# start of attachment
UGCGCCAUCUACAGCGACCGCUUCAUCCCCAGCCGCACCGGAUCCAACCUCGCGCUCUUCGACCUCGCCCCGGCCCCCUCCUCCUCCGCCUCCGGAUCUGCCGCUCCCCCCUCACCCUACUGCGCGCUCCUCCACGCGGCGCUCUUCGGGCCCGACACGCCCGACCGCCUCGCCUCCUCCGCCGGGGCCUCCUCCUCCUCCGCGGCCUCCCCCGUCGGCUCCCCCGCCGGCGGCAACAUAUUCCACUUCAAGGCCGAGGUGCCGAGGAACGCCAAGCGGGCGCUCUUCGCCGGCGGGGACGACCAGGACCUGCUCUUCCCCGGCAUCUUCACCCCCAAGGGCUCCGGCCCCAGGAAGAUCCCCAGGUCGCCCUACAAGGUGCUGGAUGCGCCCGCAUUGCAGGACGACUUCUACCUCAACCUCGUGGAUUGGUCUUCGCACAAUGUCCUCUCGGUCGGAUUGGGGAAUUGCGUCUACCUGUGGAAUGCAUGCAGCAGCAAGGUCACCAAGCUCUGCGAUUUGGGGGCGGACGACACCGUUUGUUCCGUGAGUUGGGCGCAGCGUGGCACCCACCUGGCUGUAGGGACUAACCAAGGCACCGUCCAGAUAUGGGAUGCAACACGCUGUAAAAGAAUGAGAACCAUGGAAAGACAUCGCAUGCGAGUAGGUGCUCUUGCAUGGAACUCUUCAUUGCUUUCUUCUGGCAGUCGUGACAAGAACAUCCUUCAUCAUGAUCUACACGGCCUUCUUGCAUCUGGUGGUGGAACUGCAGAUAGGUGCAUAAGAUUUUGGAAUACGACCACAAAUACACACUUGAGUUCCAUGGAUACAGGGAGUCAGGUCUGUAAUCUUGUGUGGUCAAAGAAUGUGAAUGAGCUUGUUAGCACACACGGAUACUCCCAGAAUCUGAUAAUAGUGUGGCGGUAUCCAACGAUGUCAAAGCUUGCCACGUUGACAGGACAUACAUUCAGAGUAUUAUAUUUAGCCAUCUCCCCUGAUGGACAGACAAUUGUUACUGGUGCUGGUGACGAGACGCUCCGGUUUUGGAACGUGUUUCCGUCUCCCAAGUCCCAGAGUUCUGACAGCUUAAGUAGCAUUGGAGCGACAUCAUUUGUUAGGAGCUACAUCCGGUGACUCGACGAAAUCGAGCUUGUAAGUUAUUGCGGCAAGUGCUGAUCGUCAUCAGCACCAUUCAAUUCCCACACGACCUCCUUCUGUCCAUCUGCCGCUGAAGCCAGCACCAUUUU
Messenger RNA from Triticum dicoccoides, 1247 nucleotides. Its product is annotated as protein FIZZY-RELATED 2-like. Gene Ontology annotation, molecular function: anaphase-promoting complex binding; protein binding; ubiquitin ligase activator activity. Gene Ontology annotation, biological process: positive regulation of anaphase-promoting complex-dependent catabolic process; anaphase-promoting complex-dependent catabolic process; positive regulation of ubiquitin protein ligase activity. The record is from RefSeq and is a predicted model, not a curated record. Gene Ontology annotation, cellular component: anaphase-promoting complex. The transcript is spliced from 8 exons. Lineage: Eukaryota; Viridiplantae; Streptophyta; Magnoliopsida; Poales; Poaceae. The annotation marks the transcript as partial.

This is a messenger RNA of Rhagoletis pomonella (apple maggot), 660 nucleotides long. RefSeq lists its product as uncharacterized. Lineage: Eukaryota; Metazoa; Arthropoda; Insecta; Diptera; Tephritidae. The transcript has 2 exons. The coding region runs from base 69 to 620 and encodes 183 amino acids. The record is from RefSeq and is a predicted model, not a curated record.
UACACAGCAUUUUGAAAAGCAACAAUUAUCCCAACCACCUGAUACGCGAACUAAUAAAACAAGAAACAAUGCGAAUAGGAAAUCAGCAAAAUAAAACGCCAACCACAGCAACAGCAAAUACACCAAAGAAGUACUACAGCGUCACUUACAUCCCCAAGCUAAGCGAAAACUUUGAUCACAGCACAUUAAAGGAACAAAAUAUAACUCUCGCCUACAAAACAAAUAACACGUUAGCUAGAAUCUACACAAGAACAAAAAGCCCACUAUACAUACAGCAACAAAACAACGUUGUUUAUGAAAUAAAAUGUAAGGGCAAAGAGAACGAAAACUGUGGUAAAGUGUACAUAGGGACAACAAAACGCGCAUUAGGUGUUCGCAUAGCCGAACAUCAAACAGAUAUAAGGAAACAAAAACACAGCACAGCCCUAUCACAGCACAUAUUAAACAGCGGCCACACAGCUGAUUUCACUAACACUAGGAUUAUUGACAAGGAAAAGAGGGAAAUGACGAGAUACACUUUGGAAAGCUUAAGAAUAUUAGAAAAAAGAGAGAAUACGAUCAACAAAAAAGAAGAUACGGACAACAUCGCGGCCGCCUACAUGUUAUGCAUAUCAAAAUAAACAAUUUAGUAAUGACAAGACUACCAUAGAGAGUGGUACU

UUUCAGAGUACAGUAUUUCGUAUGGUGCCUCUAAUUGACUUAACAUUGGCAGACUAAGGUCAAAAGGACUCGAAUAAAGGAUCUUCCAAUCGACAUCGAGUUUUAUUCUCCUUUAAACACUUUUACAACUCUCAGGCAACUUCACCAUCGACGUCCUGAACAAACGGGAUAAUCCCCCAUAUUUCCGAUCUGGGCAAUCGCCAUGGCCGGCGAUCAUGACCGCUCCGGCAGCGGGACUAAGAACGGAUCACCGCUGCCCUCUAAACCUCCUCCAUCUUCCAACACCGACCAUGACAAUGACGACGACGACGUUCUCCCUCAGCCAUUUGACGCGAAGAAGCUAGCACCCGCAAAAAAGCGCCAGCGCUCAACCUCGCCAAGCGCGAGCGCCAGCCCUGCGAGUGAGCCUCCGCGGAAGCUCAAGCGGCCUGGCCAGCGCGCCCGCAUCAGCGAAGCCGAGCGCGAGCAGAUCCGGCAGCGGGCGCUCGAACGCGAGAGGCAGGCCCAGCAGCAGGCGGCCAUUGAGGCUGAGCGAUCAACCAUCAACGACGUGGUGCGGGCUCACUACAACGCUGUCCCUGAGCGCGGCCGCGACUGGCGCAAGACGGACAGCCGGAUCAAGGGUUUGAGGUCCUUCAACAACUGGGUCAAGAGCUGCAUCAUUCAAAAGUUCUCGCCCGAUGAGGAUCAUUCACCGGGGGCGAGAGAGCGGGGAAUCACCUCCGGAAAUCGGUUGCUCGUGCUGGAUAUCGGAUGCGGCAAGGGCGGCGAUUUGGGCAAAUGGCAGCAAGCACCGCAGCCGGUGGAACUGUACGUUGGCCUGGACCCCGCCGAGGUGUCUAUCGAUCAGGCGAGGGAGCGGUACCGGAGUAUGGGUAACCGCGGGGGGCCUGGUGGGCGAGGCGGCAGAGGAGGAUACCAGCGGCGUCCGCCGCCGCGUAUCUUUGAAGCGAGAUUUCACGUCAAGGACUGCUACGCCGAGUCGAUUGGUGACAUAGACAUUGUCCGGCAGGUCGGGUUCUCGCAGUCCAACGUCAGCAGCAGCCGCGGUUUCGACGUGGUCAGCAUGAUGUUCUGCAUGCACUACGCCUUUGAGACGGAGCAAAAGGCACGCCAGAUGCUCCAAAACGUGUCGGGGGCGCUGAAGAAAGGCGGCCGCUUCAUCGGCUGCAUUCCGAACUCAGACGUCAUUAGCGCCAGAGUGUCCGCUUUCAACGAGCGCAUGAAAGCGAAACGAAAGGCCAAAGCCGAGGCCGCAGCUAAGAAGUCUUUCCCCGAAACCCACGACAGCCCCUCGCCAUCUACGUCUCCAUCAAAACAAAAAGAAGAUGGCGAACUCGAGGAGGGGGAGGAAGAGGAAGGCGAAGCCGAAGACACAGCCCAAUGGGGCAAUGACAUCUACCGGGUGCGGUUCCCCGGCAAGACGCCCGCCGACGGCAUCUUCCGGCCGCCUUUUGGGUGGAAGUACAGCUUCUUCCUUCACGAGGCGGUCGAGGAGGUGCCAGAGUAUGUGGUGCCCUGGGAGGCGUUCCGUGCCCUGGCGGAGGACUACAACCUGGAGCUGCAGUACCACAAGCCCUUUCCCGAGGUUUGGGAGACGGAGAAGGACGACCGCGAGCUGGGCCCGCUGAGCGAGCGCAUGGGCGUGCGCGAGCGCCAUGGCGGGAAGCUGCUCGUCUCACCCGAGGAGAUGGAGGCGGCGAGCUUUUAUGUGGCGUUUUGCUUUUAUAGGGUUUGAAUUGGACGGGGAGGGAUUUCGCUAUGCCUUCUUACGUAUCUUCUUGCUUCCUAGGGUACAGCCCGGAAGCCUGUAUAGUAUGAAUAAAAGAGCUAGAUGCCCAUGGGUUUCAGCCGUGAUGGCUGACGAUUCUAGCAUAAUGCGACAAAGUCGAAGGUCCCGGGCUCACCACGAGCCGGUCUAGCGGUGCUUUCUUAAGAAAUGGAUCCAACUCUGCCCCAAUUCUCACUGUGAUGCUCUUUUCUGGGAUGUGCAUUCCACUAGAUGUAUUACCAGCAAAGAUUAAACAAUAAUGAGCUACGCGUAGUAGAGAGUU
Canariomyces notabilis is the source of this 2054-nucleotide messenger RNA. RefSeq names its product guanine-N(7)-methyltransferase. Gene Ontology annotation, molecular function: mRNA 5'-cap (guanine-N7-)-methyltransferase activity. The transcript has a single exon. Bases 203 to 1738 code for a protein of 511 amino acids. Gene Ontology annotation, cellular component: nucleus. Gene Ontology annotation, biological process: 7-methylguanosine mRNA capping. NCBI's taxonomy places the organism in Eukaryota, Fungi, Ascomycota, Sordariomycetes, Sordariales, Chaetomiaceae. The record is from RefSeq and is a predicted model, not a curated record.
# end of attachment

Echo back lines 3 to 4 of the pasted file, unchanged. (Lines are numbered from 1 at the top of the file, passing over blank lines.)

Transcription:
This is a messenger RNA of Rhagoletis pomonella (apple maggot), 660 nucleotides long. RefSeq lists its product as uncharacterized. Lineage: Eukaryota; Metazoa; Arthropoda; Insecta; Diptera; Tephritidae. The transcript has 2 exons. The coding region runs from base 69 to 620 and encodes 183 amino acids. The record is from RefSeq and is a predicted model, not a curated record.
UACACAGCAUUUUGAAAAGCAACAAUUAUCCCAACCACCUGAUACGCGAACUAAUAAAACAAGAAACAAUGCGAAUAGGAAAUCAGCAAAAUAAAACGCCAACCACAGCAACAGCAAAUACACCAAAGAAGUACUACAGCGUCACUUACAUCCCCAAGCUAAGCGAAAACUUUGAUCACAGCACAUUAAAGGAACAAAAUAUAACUCUCGCCUACAAAACAAAUAACACGUUAGCUAGAAUCUACACAAGAACAAAAAGCCCACUAUACAUACAGCAACAAAACAACGUUGUUUAUGAAAUAAAAUGUAAGGGCAAAGAGAACGAAAACUGUGGUAAAGUGUACAUAGGGACAACAAAACGCGCAUUAGGUGUUCGCAUAGCCGAACAUCAAACAGAUAUAAGGAAACAAAAACACAGCACAGCCCUAUCACAGCACAUAUUAAACAGCGGCCACACAGCUGAUUUCACUAACACUAGGAUUAUUGACAAGGAAAAGAGGGAAAUGACGAGAUACACUUUGGAAAGCUUAAGAAUAUUAGAAAAAAGAGAGAAUACGAUCAACAAAAAAGAAGAUACGGACAACAUCGCGGCCGCCUACAUGUUAUGCAUAUCAAAAUAAACAAUUUAGUAAUGACAAGACUACCAUAGAGAGUGGUACU